I learned recently on The Weather Channel that people can change the weather (cue evil villain laughter). No, it’s not what you’re thinking. It refers to a phenomenon called the Urban Heat Island effect and it occurs, you guessed it, in urban settings.
Where people have laid down tons and tons of concrete, it’s not surprising to see some environmental effects, but change the weather? Really?
Absolutely. All that non-reflective concrete absorbs the sun’s radiation and reflects it as heat, whereas, a grassy meadow or forested land will absorb the radiation without reflecting it. In urban areas, this causes a bubble of heat (hence the name Urban Heat Island) right over the city. The temperature in outlying areas can be as much as 15 degrees Fahrenheit cooler, especially at night when all the heat soaked up by the concrete during the day is still radiating out.
But the heat isn’t the only weather change caused by urbanization. Areas downwind of cities can see twice as much rain as the city itself. This happens because the air in the city is warmer and can therefore hold more moisture, plus more pollutants from the city cause more nuclei within the air for moisture to condense around. When this warm air moves out and hits the cooler air downwind, it increases the relative humidity of the cloud, also increasing its ability to produce precipitation. I may have lived in Iowa too long, but the first thing I thought of is that I hope some smart farmers out there have taken advantage of this effect by planting crops downwind to capitalize on the rainfall.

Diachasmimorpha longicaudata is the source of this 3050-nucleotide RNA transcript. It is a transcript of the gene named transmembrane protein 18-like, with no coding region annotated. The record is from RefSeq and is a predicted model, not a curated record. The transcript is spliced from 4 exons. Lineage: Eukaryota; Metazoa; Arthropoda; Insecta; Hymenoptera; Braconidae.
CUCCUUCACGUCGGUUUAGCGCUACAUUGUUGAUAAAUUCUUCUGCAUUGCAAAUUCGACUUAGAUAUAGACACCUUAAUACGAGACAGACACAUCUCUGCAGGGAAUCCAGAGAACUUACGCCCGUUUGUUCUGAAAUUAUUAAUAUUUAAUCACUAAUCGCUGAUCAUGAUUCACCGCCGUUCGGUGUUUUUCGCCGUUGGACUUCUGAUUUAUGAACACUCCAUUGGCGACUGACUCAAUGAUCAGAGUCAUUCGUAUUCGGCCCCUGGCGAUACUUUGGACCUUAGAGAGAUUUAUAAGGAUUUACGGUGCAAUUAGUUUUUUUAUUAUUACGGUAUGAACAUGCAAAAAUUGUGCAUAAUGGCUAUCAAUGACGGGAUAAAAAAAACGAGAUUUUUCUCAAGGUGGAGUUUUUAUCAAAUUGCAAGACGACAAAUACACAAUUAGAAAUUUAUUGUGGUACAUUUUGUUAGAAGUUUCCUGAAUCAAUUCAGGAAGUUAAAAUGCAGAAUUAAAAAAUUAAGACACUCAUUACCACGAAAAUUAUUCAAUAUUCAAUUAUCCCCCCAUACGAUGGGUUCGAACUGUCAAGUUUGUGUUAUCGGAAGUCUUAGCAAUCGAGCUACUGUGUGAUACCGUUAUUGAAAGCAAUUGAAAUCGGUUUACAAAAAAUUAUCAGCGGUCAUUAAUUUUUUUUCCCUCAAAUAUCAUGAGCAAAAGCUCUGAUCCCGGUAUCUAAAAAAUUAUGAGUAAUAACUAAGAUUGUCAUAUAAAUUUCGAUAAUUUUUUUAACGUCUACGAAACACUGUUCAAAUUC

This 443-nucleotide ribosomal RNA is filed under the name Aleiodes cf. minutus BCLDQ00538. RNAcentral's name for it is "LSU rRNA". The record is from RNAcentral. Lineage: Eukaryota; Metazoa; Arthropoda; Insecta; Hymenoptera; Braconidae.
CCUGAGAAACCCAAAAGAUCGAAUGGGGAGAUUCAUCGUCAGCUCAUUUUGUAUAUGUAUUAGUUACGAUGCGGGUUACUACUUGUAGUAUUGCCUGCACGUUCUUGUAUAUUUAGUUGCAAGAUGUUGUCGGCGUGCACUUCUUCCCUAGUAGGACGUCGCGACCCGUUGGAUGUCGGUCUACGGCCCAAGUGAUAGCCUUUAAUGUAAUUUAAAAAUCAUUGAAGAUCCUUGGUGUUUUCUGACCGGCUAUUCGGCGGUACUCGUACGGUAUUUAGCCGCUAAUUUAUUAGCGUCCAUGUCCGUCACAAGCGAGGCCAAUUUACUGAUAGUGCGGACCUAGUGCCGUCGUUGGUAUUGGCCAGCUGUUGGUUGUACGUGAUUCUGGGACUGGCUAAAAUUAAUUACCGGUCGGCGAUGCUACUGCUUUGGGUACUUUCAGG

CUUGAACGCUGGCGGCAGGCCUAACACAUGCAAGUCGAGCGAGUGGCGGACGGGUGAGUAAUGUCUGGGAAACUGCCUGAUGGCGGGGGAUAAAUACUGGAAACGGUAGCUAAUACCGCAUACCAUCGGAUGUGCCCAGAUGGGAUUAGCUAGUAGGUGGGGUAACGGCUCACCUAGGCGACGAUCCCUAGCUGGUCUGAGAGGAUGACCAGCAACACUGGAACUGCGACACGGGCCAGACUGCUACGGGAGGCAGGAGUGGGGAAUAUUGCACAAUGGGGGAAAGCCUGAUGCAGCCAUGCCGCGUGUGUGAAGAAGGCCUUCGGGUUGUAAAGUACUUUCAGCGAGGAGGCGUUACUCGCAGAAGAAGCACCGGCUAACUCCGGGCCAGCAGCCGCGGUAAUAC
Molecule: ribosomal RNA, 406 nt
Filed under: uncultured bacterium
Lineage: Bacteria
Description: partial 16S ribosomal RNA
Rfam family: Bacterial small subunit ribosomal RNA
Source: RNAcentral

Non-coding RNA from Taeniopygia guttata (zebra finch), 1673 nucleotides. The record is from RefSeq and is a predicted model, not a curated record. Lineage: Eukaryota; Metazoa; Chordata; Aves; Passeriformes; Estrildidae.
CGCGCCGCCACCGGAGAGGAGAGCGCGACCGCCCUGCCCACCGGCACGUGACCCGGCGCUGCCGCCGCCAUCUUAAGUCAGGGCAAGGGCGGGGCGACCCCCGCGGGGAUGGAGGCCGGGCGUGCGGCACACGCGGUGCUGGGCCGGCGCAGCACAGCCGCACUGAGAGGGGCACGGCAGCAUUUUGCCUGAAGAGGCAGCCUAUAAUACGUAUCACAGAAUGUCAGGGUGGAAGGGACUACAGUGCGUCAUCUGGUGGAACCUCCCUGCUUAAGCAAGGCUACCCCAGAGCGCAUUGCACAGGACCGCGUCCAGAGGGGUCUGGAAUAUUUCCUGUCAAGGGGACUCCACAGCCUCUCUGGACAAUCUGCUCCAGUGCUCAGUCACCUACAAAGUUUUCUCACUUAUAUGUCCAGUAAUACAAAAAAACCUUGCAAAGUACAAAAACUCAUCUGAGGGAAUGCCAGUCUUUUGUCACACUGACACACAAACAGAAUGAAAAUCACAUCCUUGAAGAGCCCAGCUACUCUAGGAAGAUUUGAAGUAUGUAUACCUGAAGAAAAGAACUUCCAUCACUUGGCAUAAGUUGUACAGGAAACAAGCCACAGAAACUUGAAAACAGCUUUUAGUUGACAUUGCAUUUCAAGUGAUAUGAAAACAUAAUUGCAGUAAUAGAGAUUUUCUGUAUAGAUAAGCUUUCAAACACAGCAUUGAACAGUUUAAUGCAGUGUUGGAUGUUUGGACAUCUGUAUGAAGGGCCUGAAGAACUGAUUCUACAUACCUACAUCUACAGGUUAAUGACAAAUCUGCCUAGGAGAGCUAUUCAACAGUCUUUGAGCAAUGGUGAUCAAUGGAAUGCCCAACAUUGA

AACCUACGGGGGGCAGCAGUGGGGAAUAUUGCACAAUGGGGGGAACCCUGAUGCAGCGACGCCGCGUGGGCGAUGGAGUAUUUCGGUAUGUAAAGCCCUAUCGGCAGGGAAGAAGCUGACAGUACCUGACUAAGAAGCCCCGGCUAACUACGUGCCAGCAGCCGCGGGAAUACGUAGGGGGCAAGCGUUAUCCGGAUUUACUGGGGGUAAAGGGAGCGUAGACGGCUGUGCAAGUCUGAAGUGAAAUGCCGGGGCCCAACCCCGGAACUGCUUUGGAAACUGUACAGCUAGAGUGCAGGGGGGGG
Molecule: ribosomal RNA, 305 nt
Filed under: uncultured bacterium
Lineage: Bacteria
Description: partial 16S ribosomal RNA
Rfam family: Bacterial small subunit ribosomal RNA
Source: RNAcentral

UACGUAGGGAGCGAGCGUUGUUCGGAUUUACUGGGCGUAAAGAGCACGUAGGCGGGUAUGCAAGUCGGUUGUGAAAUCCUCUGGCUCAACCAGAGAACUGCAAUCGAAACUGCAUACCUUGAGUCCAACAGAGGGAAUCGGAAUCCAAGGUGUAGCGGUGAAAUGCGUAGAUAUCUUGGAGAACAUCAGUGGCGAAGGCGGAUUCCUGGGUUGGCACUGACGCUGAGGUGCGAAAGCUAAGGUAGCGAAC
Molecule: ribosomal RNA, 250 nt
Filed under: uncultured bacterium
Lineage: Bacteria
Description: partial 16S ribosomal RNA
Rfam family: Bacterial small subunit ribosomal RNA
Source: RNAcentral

Since half the world’s population live in large cities, the Urban Heat Island effect can be a serious thing. Heat kills more people than any other weather related event. But some cities are taking steps to reduce the effect by putting in more parks, special roofs that won’t absorb the sun, and even putting parks on the roofs.
Should more cities be taking steps to reduce the Urban Heat Island effect? I lean that direction because I think God gave us this planet and we have responsibility to care for it. But many people think this isn’t a big deal. What do you think?
Photo Credit: <a href=”http://www.flickr.com/photos/29941355@N04/4303224783″>Denver Skyline at Blue Hour</a> via <a href=”http://photopin.com”>photopin</a> <a href=”https://creativecommons.org/licenses/by/2.0/”>(license)</a>